Use this model to teach about Australian iconography, architecture, or how a tactile graphic shows only one side of a 3D object.

3D printed model of the Sydney Opera House with a tactile graphic represenation


Albert Einstein

Albert Einstein was one of the top 3 requests for tactile images of people in a recent survey by the National Federation of the Blind. This model includes a braille label.

Head and shoulders of Albert Einstein with name in braille at front

Approximate print time: 6 hours at 10cm high
Printing tips: Support needed for the chin, moustache and nose

Inclusive Maps at the Melbourne International Flower and Garden Show

The Melbourne International Flower and Garden Show took place at the Carlton Gardens from Wednesday 27 to Sunday 31 March 2019. Guide Dogs Victoria partnered with Kangan Institute and Bendigo TAFE to sponsor the Rob Waddell Show Garden and host their own sensory garden, featuring scented plants, auditory cues, beacons and braille. As an added tool for accessibility and inclusion, researchers from Monash University’s Inclusive Technology group created 3D printed maps of the Carlton gardens, the Rob Waddell Show Garden and the Guide Dogs Victoria sensory garden. Visitors who were blind or have low vision were able to use the maps to gain a better understanding of their surroundings.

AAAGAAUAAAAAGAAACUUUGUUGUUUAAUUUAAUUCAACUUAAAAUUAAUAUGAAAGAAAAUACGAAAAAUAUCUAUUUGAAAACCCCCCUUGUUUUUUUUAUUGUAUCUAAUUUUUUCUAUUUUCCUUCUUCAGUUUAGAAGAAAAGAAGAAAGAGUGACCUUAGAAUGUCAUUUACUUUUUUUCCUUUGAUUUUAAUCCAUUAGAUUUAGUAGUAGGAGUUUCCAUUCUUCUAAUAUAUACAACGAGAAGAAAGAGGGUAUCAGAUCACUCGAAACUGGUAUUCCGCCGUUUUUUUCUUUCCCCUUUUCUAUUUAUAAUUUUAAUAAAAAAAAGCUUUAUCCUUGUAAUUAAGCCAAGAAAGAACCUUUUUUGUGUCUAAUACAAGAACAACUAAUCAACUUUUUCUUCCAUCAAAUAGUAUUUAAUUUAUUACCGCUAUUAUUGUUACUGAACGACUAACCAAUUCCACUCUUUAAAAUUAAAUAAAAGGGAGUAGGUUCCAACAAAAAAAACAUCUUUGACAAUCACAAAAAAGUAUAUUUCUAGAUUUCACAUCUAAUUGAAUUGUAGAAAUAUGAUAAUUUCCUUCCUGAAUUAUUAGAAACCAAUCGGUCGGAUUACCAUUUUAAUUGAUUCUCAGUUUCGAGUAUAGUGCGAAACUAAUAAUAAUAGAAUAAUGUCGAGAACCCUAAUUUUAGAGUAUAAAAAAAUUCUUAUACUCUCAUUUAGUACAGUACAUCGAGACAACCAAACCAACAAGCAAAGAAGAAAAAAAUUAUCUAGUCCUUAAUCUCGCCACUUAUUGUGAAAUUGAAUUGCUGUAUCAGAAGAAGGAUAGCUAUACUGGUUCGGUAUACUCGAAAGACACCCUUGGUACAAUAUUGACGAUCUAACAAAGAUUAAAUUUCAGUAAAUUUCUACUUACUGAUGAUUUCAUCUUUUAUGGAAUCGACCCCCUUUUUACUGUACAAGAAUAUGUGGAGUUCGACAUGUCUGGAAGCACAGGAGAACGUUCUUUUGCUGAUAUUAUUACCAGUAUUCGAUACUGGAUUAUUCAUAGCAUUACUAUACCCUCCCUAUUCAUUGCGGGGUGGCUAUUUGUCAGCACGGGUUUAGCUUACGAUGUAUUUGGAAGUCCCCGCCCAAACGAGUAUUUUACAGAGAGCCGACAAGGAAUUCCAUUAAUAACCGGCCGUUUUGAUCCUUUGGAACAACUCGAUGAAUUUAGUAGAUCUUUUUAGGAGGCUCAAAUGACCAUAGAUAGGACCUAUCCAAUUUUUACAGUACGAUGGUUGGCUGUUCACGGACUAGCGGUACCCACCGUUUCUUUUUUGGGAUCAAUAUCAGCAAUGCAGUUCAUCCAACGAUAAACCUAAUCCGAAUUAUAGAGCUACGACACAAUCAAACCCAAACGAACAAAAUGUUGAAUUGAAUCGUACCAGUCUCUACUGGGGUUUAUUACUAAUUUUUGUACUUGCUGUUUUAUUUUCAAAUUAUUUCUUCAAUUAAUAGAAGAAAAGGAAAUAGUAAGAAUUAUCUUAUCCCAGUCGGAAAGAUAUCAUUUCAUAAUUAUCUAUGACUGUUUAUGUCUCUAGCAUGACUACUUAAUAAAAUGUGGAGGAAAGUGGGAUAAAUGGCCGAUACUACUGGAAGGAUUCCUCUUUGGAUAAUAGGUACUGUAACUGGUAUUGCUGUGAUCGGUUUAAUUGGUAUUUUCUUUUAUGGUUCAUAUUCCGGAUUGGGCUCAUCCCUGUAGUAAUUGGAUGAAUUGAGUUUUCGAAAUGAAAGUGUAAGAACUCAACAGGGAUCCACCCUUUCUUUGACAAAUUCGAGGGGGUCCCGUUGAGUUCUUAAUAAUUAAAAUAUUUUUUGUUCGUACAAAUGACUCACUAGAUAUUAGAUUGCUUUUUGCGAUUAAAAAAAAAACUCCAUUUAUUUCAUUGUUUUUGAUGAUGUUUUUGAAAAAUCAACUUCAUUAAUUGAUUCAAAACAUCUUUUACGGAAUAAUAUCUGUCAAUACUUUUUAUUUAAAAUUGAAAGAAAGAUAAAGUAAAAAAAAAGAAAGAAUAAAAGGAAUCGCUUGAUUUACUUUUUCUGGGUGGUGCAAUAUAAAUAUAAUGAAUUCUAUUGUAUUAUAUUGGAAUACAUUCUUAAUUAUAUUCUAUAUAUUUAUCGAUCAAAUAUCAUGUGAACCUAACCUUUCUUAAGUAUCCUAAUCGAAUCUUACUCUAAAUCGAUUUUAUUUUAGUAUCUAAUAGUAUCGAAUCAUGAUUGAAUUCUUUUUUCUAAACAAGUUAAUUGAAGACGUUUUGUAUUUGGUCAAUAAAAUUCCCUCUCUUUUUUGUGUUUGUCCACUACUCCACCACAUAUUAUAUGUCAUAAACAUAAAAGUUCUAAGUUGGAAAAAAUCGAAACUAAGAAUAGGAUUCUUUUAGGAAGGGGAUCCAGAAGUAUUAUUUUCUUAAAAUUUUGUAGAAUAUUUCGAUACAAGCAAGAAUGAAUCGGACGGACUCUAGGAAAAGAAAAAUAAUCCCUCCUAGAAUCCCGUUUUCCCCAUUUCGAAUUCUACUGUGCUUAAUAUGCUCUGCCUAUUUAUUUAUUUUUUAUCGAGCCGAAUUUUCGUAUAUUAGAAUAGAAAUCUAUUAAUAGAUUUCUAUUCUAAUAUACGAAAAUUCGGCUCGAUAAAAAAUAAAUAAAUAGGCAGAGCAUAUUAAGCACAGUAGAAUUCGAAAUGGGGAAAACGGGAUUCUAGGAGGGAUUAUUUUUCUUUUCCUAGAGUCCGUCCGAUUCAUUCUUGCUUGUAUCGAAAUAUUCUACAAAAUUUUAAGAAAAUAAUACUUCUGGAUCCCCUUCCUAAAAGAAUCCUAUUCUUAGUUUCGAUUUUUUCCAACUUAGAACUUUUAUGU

3D printed map of the Carlton Gardens and Exhibition Building, placed in a garden with herbs and bee hives

Bendigo Art Gallery accessible tour and web pages

In the next phase of our project with Bendigo Art Gallery, we had the pleasure of exploring ideas for accessible art with the Gallery and vision impaired communities.

laser cut representation of "I ate the rainbow up ..." with separate layers of acrylic to represent the background, figures, faces and handsIn a day-long workshop, gallery staff, artists and community members came together to talk about why accessible art is important, who it impacts, and the best ways to make it happen.

At a special tour, vision impaired visitors were treated to a guided tour featuring four artworks in Bendigo Art Gallery’s permanent collection. Alongside vivid audio description of the artworks, visitors were able to touch the sculptures and an old frame, take the role of a character from a painting with representative props, and explore

Accessible trial web pages were also produced to enable more independent exploration of a range of paintings and sculptures. Each page included a visual description of the artwork, information about the artwork, enlarged and high contrast images, and a soundscape related to the subject matter or period.

Watch this space for announcements regarding publications reporting our research findings.